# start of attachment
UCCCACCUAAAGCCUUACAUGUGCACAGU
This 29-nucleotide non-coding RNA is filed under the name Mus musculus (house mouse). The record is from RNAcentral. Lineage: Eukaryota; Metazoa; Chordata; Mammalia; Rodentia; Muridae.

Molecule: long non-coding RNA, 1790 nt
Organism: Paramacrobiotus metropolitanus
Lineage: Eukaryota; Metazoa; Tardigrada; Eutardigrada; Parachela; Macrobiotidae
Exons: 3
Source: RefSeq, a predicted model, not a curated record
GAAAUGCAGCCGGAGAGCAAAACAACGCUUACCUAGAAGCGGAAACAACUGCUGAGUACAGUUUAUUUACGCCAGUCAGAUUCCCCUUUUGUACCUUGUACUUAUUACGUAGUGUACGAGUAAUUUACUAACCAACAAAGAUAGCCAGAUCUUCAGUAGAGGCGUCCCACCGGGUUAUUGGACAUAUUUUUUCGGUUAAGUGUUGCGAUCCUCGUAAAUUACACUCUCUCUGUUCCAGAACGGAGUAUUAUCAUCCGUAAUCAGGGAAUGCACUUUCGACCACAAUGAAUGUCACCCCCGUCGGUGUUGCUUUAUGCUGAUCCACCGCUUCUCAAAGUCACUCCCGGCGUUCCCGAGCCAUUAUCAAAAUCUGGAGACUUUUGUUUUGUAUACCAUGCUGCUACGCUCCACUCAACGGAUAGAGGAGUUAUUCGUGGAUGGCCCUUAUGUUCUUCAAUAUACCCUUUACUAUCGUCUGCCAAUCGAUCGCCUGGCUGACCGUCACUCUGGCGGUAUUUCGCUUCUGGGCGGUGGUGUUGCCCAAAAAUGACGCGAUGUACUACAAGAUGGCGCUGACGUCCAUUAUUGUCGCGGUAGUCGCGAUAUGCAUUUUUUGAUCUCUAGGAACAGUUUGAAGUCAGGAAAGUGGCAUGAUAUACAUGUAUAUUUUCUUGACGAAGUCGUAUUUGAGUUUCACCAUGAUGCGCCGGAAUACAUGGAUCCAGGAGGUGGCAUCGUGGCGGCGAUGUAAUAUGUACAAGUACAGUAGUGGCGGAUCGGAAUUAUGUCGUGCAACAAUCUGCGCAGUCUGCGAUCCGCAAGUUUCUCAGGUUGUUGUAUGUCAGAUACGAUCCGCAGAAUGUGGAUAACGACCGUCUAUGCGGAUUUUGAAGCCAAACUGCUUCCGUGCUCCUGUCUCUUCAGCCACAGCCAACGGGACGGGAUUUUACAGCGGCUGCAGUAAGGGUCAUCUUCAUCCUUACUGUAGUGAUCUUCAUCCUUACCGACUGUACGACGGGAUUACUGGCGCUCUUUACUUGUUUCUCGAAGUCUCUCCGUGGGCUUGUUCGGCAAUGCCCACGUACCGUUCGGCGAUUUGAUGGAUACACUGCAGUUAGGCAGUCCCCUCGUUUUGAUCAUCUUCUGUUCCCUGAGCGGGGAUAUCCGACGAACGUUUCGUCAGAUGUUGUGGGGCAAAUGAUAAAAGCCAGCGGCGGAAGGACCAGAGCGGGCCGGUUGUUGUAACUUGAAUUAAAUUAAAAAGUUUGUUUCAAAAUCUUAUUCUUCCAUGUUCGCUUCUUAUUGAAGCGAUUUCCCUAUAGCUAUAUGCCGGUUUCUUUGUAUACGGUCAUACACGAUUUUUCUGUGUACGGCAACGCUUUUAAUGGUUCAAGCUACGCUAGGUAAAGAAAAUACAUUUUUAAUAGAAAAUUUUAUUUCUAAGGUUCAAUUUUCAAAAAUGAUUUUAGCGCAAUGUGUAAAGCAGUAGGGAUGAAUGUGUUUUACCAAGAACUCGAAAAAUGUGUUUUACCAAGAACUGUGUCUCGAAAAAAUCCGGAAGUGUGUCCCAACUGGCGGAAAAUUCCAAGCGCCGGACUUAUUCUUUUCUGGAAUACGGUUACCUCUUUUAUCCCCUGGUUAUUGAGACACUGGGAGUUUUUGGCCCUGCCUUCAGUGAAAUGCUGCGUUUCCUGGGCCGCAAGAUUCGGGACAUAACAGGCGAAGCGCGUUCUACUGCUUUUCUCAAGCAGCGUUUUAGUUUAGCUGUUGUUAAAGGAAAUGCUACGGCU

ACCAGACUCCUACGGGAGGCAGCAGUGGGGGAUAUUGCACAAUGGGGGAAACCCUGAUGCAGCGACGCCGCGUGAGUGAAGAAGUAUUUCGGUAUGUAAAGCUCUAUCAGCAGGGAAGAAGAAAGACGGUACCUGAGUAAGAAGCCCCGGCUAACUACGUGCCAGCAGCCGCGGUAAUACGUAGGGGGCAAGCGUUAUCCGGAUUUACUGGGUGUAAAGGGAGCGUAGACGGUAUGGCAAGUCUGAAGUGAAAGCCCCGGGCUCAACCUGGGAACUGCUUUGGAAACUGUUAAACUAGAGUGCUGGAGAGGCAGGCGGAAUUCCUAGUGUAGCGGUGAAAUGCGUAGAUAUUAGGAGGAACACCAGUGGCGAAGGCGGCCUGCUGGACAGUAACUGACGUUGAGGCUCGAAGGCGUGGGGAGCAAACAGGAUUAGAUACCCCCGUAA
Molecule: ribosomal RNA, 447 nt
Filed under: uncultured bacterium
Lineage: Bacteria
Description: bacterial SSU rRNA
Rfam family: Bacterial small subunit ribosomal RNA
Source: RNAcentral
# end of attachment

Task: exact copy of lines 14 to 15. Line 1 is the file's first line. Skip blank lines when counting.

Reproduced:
Rfam family: Bacterial small subunit ribosomal RNA
Source: RNAcentral